Why doesn’t somebody write a letter to Bill Gates, is is the one that would get you going. That’s it right a letter to Bill Gates and ask him to be the Treas and everybody send them money to him for the bridge.


    And then we can get a team of engineers together to go and fix the bridge. So your names down if you are an engineer and you just don’t Wanna go out there from holiday. And you truly want to fix this breach it’ll take about 2 weeks. Wanna go out there and make a lot of people happy.


    Write a letter to Bill Gates somebody do it. We have the power and somebody out there must have the connections.


    So what do you think the bridge like that would cost. What you think it would cost to send out a team of men and equipment. And maybe a helicopter to drop the stuff off in the rolling countryside out in the middle of nowhere. I’m sure we could land a helicopter on the school field.


    We did get in touch with the British Army. Do you think the British Army would help.


    I’m sure that the territorial Army would help they are looking for any excuse to have some training from one way or another.


    What about the Christian army. But people just put your hands in pockets and get in touch with somebody and get the job done. As this bridge will never be done or built.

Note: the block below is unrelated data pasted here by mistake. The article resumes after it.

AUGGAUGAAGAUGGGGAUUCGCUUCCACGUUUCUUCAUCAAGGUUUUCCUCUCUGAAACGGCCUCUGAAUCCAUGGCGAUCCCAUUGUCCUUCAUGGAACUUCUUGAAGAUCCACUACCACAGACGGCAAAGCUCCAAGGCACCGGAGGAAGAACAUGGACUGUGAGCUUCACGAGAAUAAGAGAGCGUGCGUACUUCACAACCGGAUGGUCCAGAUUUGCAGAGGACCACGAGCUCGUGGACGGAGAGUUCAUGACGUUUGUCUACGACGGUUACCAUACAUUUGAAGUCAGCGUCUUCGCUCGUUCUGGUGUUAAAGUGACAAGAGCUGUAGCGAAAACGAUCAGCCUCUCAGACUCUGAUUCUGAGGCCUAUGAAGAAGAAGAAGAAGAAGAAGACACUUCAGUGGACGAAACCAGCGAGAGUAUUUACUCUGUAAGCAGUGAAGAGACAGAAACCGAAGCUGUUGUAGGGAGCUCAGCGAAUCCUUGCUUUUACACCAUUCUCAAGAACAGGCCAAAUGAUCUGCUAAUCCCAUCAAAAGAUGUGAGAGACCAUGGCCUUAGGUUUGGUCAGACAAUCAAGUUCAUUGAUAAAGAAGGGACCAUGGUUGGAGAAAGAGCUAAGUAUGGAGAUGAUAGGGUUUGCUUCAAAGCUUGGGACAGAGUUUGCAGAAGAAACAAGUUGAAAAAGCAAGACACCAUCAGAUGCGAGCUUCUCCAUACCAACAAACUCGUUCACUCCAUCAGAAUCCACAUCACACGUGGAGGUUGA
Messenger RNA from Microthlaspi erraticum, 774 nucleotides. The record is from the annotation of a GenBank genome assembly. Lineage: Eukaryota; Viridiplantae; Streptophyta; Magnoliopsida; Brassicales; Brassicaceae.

Somebody do something and then tell us on the post by the end of the week. Get in touch with Bill Gates, get in touch with anger from virgin. Write a letter to the Queen. Write a letter to your next door neighbour. And tell your next-door neighbour to write a letter to their next-door neighbour. This is the only way that you are going to manage to be done is if you tell everybody about it. But I’m sure somewhere in the world there will be another bridge worse than this. So are we going to develop a team of people to build bridges all over the world to help people. Well you know I think that is a very good idea. I think I’ve said enough about the subject now you also realise that yes I do agree this bridge needs to be fixed.

  84. Kapil Ranade says:


    Similar stories in many developing countries!


  85. similar stories in Visayas and Mindanao, Philippines.


    what are the local governments doing? this is what we inheret our children.

  86. Michael Pang says:


    well lets look at the bright side. they get more exercise


  87. my God? what on the earth do the kids have to suffer like that>

  88. Dio Adi says:


    Hello, i’m from Indonesia, and i would like to inform all of you here that the bridge is in the process of fixing. thank you for all of your sympathy here. Yes, my local goverment is so slow at responding to their public problems. My government is so corrupted. They need a media pressure like this to start even just a plan, and more time to do the realization.